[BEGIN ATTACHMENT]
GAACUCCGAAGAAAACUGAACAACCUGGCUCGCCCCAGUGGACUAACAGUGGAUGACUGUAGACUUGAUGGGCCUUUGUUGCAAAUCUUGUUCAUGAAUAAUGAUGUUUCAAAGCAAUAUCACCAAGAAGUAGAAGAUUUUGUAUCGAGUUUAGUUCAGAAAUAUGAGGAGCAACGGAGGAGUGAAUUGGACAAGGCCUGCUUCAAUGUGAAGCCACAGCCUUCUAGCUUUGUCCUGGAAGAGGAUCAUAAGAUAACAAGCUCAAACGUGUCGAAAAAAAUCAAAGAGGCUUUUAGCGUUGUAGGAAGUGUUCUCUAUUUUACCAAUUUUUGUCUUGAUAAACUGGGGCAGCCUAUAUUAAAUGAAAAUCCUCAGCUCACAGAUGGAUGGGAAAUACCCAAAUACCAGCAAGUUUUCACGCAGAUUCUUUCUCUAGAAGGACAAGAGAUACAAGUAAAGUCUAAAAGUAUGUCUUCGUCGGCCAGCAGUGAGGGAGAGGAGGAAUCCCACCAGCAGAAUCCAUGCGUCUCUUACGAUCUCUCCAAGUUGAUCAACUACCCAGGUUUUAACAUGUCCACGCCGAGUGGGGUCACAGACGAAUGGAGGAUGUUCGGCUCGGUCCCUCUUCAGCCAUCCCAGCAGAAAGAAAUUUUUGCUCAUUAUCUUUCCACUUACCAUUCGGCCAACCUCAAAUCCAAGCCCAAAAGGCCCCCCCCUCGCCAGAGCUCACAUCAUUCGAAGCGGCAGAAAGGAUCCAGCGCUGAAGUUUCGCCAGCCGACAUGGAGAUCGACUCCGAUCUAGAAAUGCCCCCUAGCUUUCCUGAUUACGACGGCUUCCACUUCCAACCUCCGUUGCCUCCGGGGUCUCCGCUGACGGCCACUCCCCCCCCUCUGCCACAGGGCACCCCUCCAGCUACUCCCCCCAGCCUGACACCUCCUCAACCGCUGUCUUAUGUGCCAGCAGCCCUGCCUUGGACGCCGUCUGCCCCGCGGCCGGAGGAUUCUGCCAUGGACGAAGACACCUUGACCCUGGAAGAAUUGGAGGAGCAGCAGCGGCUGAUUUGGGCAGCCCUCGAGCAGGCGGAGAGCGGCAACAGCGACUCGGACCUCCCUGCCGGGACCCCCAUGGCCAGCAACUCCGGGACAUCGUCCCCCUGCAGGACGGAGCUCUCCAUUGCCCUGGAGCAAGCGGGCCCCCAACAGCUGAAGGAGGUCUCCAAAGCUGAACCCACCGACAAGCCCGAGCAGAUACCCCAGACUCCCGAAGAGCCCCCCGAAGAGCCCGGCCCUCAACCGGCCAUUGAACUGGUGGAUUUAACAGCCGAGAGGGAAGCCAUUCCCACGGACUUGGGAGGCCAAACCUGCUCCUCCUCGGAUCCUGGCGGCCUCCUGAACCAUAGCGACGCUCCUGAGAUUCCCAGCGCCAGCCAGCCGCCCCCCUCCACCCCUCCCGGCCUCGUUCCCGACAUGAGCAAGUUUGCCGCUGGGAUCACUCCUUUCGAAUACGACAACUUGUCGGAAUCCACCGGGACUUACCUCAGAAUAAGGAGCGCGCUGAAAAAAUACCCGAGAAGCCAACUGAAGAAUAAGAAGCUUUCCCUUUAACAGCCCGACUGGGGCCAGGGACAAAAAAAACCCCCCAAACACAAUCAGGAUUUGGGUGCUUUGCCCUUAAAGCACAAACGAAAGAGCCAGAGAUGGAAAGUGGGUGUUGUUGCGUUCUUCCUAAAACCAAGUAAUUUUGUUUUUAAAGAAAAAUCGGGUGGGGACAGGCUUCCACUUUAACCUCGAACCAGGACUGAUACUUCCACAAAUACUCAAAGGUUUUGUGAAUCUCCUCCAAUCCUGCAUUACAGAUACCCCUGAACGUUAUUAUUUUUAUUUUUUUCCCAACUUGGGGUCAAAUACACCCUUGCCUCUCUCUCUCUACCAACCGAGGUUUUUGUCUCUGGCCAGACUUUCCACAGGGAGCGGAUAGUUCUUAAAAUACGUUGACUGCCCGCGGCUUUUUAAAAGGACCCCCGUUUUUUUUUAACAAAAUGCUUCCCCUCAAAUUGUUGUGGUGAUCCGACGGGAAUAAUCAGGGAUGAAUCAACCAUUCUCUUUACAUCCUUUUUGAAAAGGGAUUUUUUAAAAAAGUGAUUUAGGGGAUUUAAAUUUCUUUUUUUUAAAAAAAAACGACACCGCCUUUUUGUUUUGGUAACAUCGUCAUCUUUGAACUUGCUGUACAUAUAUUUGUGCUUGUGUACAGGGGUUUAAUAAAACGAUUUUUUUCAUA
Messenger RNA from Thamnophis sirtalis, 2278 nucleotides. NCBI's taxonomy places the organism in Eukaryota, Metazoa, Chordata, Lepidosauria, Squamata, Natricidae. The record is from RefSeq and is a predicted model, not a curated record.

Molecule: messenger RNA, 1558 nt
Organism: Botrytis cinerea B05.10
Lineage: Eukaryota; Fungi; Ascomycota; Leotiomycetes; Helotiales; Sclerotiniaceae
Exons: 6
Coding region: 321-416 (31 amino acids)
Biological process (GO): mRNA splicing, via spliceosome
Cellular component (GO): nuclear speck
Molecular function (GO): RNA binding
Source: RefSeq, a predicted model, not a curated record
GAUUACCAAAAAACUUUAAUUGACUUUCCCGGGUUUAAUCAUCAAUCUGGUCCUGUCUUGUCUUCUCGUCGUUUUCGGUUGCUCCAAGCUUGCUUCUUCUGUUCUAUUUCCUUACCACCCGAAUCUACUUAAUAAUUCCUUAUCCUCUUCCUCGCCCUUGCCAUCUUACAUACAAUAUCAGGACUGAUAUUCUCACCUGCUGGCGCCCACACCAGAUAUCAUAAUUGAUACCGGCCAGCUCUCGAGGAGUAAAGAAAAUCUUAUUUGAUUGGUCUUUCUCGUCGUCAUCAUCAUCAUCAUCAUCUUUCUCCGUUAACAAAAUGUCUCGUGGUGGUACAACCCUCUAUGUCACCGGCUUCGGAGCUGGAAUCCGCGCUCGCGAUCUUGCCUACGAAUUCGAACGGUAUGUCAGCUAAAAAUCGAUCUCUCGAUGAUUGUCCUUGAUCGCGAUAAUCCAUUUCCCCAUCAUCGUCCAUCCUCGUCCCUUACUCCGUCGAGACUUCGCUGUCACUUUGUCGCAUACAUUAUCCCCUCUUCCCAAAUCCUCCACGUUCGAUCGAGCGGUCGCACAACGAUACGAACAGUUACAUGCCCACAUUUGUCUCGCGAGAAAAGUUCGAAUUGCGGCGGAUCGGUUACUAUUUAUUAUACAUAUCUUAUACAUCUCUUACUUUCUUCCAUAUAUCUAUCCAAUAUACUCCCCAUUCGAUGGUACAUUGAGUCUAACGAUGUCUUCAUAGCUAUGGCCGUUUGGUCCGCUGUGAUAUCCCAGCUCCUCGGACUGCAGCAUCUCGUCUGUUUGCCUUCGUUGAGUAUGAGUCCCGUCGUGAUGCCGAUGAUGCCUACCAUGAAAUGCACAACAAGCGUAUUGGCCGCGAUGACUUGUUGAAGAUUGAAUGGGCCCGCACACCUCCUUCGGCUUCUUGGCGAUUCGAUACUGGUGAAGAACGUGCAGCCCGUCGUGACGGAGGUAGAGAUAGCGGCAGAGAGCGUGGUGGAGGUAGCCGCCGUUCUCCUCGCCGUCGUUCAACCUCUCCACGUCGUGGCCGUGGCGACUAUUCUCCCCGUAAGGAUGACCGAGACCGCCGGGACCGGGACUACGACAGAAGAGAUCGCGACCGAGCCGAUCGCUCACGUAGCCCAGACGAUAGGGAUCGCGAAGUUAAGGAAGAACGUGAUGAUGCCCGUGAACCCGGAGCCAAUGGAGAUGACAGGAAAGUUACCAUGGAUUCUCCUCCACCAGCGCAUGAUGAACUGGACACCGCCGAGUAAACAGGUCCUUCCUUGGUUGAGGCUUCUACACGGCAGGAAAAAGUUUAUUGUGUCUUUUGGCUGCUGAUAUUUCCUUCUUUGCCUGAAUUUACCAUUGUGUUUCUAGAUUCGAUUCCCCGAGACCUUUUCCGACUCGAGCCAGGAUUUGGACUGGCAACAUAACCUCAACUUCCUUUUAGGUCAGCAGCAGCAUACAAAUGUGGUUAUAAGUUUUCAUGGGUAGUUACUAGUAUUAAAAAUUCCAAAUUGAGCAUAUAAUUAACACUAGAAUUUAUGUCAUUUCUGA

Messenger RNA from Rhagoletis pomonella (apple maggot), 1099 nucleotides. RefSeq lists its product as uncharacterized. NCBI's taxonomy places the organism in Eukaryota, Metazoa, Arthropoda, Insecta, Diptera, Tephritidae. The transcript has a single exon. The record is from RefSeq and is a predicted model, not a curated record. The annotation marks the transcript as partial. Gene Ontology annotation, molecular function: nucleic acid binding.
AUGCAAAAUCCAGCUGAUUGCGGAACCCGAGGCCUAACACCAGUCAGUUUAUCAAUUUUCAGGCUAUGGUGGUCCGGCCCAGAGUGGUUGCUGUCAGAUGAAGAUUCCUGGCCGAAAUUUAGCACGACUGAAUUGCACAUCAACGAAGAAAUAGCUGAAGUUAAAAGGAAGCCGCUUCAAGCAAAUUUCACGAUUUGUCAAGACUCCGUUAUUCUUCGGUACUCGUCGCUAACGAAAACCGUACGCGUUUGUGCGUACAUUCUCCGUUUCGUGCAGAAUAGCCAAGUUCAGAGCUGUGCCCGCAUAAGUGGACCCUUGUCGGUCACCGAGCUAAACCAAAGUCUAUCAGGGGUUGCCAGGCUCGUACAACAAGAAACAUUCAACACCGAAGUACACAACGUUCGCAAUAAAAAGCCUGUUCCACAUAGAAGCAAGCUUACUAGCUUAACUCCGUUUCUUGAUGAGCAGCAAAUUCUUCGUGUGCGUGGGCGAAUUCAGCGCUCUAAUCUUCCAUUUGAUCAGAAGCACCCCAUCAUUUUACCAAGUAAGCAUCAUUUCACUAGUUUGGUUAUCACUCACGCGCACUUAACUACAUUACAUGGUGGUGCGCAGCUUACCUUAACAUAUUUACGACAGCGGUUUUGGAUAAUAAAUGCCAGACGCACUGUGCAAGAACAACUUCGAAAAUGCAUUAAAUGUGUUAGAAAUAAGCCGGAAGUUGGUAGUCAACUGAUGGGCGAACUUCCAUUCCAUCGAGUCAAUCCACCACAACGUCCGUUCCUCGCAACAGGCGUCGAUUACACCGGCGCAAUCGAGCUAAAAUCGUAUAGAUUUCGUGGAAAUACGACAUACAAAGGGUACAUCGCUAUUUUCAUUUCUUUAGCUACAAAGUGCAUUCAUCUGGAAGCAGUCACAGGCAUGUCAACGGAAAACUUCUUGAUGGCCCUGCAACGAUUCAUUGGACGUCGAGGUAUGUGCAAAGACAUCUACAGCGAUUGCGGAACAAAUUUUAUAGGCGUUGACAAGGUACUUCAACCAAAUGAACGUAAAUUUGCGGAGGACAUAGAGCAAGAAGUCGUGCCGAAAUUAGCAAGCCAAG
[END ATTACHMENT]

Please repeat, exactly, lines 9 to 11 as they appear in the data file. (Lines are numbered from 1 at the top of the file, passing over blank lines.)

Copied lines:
Cellular component (GO): nuclear speck
Molecular function (GO): RNA binding
Source: RefSeq, a predicted model, not a curated record